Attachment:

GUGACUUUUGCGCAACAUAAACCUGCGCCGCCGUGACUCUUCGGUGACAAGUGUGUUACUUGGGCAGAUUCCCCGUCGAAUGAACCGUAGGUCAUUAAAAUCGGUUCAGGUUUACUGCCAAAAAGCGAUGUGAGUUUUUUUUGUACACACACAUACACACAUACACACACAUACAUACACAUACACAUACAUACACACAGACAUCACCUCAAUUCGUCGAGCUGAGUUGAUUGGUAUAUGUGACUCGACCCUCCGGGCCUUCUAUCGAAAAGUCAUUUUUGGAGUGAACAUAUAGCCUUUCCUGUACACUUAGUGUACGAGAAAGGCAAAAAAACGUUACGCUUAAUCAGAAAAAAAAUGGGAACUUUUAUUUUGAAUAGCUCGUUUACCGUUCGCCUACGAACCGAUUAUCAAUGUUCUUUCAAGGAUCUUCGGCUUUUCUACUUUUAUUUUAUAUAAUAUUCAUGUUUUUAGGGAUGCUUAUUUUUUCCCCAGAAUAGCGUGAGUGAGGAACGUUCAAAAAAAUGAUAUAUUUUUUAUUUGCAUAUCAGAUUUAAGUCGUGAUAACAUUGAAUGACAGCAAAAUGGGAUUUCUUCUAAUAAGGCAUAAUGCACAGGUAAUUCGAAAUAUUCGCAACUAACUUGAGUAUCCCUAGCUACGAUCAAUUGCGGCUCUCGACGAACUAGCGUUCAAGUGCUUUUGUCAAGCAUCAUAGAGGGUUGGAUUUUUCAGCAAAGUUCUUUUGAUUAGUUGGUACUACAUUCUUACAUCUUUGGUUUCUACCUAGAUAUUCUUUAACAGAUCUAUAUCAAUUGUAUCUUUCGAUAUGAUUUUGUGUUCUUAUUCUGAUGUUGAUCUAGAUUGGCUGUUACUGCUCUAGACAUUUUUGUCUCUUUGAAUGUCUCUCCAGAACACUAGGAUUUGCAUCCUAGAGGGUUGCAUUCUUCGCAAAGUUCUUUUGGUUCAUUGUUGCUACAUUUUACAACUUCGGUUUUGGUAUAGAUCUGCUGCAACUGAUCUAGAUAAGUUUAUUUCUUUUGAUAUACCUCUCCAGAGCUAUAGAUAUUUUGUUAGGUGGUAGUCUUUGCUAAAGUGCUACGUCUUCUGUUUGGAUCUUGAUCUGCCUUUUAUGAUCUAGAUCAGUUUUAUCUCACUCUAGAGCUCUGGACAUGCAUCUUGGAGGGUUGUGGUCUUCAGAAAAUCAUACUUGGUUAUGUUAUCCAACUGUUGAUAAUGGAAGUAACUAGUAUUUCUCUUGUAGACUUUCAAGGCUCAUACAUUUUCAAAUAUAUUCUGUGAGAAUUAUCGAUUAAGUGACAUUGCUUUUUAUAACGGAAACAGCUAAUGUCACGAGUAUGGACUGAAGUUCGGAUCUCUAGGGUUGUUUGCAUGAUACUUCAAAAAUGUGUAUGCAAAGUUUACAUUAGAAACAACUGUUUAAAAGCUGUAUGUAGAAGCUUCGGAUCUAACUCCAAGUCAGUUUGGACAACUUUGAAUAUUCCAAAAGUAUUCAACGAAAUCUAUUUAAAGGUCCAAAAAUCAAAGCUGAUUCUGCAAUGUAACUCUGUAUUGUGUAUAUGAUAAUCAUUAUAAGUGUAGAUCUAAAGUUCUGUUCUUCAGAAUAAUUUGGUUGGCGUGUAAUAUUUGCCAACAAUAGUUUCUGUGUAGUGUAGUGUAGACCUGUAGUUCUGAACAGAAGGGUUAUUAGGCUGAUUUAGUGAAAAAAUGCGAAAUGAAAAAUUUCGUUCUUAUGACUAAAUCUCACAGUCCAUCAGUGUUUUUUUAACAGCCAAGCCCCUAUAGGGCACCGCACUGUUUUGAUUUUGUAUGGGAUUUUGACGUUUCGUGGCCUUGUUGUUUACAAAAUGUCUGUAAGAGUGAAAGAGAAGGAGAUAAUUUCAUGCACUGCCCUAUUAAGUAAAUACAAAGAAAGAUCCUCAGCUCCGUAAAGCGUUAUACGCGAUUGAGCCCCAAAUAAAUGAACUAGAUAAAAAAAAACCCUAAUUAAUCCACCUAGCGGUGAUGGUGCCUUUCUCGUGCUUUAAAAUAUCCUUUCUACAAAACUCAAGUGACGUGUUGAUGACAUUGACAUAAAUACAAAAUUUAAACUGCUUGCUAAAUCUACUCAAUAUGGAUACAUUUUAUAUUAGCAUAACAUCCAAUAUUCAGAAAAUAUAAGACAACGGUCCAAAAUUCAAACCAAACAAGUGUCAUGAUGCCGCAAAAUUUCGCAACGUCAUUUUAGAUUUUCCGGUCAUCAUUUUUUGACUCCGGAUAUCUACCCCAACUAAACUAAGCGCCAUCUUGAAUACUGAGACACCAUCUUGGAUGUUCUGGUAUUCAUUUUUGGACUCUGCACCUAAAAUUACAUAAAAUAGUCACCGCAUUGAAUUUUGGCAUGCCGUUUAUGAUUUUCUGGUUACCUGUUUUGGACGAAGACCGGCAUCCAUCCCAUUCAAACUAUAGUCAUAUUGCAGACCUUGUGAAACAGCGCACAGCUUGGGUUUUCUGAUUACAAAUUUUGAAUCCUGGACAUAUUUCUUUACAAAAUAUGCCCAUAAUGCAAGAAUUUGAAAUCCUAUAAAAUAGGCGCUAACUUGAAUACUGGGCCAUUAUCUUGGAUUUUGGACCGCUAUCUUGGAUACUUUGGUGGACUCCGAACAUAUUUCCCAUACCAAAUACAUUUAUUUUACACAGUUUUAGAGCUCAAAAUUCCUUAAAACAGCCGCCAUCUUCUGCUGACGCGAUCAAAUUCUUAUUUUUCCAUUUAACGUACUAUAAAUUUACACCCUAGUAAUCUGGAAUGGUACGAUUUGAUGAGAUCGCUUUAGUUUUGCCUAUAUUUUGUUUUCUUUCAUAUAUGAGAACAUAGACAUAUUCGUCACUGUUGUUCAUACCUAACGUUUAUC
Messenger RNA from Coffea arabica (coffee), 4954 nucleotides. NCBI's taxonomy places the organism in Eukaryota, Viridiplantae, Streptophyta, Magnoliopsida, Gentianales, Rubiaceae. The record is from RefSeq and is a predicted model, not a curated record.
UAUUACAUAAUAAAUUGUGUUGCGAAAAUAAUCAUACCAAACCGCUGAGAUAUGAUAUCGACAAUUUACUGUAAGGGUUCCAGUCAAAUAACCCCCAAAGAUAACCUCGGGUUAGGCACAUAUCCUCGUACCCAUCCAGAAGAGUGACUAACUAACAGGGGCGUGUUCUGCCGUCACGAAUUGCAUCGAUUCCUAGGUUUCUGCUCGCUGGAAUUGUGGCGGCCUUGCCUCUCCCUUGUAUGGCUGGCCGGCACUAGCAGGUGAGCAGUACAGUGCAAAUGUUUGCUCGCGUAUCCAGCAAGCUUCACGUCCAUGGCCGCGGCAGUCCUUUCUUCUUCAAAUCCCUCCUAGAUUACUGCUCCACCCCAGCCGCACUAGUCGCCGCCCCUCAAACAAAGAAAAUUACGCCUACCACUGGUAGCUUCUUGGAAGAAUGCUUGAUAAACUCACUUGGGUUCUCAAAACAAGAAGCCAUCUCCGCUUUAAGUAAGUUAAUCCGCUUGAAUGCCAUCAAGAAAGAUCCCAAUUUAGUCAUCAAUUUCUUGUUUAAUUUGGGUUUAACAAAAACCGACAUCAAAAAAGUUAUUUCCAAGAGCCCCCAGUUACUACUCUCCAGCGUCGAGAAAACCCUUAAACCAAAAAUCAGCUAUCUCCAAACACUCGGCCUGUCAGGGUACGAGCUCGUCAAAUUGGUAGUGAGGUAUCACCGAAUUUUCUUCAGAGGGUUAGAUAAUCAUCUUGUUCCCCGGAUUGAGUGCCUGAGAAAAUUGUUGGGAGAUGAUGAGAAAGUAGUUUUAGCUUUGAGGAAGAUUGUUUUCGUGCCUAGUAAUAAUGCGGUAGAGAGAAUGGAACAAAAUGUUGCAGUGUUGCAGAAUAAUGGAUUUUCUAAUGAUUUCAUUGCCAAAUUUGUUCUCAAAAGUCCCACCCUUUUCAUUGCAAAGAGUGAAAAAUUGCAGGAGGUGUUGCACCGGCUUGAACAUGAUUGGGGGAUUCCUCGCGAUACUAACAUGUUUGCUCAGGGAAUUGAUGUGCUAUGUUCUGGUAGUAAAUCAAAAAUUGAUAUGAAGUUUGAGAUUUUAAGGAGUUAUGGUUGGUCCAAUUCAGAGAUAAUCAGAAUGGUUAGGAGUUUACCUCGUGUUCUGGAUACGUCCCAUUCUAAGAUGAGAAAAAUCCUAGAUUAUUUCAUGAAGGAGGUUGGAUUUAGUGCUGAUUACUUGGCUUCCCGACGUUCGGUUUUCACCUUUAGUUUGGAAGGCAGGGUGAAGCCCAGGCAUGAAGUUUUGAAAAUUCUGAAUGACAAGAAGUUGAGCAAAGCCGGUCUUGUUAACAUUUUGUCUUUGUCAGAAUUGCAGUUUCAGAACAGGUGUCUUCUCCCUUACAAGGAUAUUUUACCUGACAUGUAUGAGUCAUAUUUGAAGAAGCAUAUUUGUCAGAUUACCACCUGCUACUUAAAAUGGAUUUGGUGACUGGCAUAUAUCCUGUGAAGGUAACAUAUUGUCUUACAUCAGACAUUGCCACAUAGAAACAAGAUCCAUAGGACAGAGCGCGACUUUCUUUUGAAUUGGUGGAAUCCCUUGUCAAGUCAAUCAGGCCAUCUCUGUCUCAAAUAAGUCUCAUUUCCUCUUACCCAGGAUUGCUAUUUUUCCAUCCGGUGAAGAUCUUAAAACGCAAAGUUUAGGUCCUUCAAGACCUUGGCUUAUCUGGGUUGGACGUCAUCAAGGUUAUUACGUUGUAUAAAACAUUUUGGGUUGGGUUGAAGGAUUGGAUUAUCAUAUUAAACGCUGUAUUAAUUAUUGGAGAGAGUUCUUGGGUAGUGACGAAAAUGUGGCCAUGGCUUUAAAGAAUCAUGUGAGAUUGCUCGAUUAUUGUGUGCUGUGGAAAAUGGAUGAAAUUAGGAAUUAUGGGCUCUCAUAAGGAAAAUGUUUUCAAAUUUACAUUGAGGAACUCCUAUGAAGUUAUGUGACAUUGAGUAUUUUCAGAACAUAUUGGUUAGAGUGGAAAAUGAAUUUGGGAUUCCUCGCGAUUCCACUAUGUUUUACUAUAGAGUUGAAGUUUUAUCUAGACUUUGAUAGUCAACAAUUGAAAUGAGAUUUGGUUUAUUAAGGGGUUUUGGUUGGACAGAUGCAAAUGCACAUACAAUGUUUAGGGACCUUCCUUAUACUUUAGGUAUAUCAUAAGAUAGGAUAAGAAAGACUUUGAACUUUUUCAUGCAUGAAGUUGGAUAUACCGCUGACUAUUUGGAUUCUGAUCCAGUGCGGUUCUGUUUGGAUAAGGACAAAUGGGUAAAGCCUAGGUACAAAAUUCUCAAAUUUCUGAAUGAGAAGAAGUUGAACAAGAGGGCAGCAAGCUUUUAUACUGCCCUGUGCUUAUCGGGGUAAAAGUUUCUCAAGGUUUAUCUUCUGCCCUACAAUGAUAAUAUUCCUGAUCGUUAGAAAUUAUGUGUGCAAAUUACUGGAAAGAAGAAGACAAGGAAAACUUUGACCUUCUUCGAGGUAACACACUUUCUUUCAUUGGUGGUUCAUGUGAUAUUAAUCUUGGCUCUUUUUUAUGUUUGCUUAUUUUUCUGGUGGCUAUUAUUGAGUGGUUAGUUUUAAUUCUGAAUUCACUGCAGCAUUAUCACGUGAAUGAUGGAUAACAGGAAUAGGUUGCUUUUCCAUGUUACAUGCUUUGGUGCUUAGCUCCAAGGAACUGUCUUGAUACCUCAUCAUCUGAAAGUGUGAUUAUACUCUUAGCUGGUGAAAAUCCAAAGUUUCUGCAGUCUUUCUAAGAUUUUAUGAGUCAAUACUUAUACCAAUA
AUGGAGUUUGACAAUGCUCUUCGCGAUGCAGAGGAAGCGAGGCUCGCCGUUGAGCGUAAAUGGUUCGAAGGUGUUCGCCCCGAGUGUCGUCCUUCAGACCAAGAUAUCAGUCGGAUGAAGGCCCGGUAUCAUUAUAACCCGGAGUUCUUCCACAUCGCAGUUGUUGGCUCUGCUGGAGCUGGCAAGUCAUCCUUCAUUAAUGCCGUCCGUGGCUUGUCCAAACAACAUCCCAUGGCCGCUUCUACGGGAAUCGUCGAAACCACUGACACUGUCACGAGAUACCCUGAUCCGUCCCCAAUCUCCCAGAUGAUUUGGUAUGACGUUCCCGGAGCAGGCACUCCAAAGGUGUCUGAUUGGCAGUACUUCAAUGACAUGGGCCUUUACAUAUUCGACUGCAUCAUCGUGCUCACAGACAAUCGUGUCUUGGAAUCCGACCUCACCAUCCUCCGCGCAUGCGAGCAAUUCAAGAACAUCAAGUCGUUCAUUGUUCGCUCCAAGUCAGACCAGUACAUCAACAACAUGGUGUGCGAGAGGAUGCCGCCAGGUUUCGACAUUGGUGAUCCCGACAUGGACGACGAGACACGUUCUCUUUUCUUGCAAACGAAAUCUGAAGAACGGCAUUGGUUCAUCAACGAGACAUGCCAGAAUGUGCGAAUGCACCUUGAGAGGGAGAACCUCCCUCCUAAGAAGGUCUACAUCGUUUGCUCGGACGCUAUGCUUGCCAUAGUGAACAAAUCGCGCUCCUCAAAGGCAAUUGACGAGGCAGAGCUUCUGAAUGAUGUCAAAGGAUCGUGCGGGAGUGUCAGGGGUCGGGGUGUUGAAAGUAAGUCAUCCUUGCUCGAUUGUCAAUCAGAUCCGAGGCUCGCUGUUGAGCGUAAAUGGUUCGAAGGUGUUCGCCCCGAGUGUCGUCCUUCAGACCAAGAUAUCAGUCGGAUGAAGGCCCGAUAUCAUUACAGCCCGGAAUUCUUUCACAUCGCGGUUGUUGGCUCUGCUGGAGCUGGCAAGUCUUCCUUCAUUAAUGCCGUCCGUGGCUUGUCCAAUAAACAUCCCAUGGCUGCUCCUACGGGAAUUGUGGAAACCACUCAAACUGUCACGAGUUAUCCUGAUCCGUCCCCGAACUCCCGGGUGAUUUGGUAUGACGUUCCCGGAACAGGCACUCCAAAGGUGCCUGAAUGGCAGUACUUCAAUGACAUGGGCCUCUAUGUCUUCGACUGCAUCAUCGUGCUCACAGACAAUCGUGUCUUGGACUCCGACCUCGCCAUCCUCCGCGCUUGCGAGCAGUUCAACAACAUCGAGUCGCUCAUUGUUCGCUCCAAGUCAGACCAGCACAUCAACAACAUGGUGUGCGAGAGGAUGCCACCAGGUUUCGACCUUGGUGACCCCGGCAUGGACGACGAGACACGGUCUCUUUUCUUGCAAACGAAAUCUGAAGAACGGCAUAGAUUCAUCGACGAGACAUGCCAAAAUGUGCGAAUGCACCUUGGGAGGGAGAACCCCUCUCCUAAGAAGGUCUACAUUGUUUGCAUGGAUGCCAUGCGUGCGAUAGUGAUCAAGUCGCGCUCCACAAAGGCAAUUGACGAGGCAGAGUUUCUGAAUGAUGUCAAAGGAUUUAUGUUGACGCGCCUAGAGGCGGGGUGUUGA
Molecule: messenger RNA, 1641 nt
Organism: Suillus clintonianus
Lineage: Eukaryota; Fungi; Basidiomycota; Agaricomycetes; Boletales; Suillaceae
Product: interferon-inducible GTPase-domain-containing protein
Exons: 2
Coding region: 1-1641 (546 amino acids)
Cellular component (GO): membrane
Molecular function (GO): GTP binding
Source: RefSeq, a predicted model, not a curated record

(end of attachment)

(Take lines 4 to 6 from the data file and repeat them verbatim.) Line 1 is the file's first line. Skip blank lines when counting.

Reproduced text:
AUGGAGUUUGACAAUGCUCUUCGCGAUGCAGAGGAAGCGAGGCUCGCCGUUGAGCGUAAAUGGUUCGAAGGUGUUCGCCCCGAGUGUCGUCCUUCAGACCAAGAUAUCAGUCGGAUGAAGGCCCGGUAUCAUUAUAACCCGGAGUUCUUCCACAUCGCAGUUGUUGGCUCUGCUGGAGCUGGCAAGUCAUCCUUCAUUAAUGCCGUCCGUGGCUUGUCCAAACAACAUCCCAUGGCCGCUUCUACGGGAAUCGUCGAAACCACUGACACUGUCACGAGAUACCCUGAUCCGUCCCCAAUCUCCCAGAUGAUUUGGUAUGACGUUCCCGGAGCAGGCACUCCAAAGGUGUCUGAUUGGCAGUACUUCAAUGACAUGGGCCUUUACAUAUUCGACUGCAUCAUCGUGCUCACAGACAAUCGUGUCUUGGAAUCCGACCUCACCAUCCUCCGCGCAUGCGAGCAAUUCAAGAACAUCAAGUCGUUCAUUGUUCGCUCCAAGUCAGACCAGUACAUCAACAACAUGGUGUGCGAGAGGAUGCCGCCAGGUUUCGACAUUGGUGAUCCCGACAUGGACGACGAGACACGUUCUCUUUUCUUGCAAACGAAAUCUGAAGAACGGCAUUGGUUCAUCAACGAGACAUGCCAGAAUGUGCGAAUGCACCUUGAGAGGGAGAACCUCCCUCCUAAGAAGGUCUACAUCGUUUGCUCGGACGCUAUGCUUGCCAUAGUGAACAAAUCGCGCUCCUCAAAGGCAAUUGACGAGGCAGAGCUUCUGAAUGAUGUCAAAGGAUCGUGCGGGAGUGUCAGGGGUCGGGGUGUUGAAAGUAAGUCAUCCUUGCUCGAUUGUCAAUCAGAUCCGAGGCUCGCUGUUGAGCGUAAAUGGUUCGAAGGUGUUCGCCCCGAGUGUCGUCCUUCAGACCAAGAUAUCAGUCGGAUGAAGGCCCGAUAUCAUUACAGCCCGGAAUUCUUUCACAUCGCGGUUGUUGGCUCUGCUGGAGCUGGCAAGUCUUCCUUCAUUAAUGCCGUCCGUGGCUUGUCCAAUAAACAUCCCAUGGCUGCUCCUACGGGAAUUGUGGAAACCACUCAAACUGUCACGAGUUAUCCUGAUCCGUCCCCGAACUCCCGGGUGAUUUGGUAUGACGUUCCCGGAACAGGCACUCCAAAGGUGCCUGAAUGGCAGUACUUCAAUGACAUGGGCCUCUAUGUCUUCGACUGCAUCAUCGUGCUCACAGACAAUCGUGUCUUGGACUCCGACCUCGCCAUCCUCCGCGCUUGCGAGCAGUUCAACAACAUCGAGUCGCUCAUUGUUCGCUCCAAGUCAGACCAGCACAUCAACAACAUGGUGUGCGAGAGGAUGCCACCAGGUUUCGACCUUGGUGACCCCGGCAUGGACGACGAGACACGGUCUCUUUUCUUGCAAACGAAAUCUGAAGAACGGCAUAGAUUCAUCGACGAGACAUGCCAAAAUGUGCGAAUGCACCUUGGGAGGGAGAACCCCUCUCCUAAGAAGGUCUACAUUGUUUGCAUGGAUGCCAUGCGUGCGAUAGUGAUCAAGUCGCGCUCCACAAAGGCAAUUGACGAGGCAGAGUUUCUGAAUGAUGUCAAAGGAUUUAUGUUGACGCGCCUAGAGGCGGGGUGUUGA
Molecule: messenger RNA, 1641 nt
Organism: Suillus clintonianus